Christopher Okigbo conveyed in his poetry the sense of patriotism and personal anguish at the monstrosity of a benighted nation. Some critics have argued that Okigbo was not only obsessive in his depictions of metaphors that incarnated the recurring trope of death, but also embodied a death wish culminating in his death in the Nigeria–Biafra war. They further argue that he embodied a suicidal impulse that motivated his general conduct and death in that battle. Unfortunately, only a handful of scholars have sought to contest this view and to illuminate Okigbo’s self-immolation in the name of a higher duty. To be sure, suicide and martyrdom may go beyond the question of dying to the problem of laying one’s death dramatically at someone else’s door. Following Kant’s theory of the ethical act, this paper undertakes a critical intervention that reappraises some of Okigbo’s poetry as well as documented accounts of his life in order to identify him appropriately: is he a genuine martyr or a mere suicide who presides ritually over his own dismemberment, or both? Examining lines of his poetry that have been misread as embodying his ‘haunting’ death-wish, on the one hand, and evidence of his self-giving impulse, on the other, the paper seeks to articulate how Okigbo as a tragic poet transcends his destiny by submitting to it—victor and victim at once. In its conclusion, the paper reconciles Okigbo’s will to heroic action with the symbolic meaning that is locked in his poetry in order to justify his ascension to the rank of martyr.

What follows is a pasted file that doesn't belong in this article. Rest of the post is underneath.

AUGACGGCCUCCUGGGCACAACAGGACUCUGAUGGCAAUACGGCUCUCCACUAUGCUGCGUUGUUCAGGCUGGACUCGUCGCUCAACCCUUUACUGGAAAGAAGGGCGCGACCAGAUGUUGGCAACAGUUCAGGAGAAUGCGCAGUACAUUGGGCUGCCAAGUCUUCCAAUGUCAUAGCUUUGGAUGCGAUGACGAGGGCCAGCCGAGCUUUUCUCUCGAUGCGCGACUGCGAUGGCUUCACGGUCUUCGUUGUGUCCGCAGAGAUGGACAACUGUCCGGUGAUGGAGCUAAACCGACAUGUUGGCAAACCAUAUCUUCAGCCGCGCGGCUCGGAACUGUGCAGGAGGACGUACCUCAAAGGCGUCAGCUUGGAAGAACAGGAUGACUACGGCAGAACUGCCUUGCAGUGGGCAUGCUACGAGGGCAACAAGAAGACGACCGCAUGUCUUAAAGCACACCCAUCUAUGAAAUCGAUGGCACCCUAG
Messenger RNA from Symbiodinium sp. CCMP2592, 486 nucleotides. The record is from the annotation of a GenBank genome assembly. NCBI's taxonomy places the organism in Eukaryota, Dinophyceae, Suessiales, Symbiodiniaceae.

Citizen Journalism and Conflict Transformation

The Ushahidi’s Response to Kenya’s 2008 Post-Election Violence

Toyin Ajao and Cori Wielenga

Abstract

The ubiquitous Internet platform in Africa has given rise to a new set of non-state actors responding to protracted conflicts through the use of new media technology. As a departure from a state-centric approach to addressing conflict in Africa, this interdisciplinary study explores the contribution of the public in responding to armed conflicts through citizen journalism. To unearth non-violent African digital innovations, this research explored the Ushahidi platform, which emerged as a response to Kenya’s 2008 post-election violence. Using a qualitative method, data was gathered through unstructured in-depth interviews. The data was analysed using thematic analysis. The data showed the transformative role the Ushahidi platform played during Kenya’s electoral violence through crisis-mapping, the early warning multi-agent consortium, a constitutional referendum, and election monitoring. Evidence also emerged regarding the pioneer work of Ushahidi in other non-violent technological involvements in addressing crisis in Kenya.

Creativity and the Burden of Thoughts

Deconstructing Melancholia in Wumi Raji’s Rolling Dreams

Stephen Kekeghe

Abstract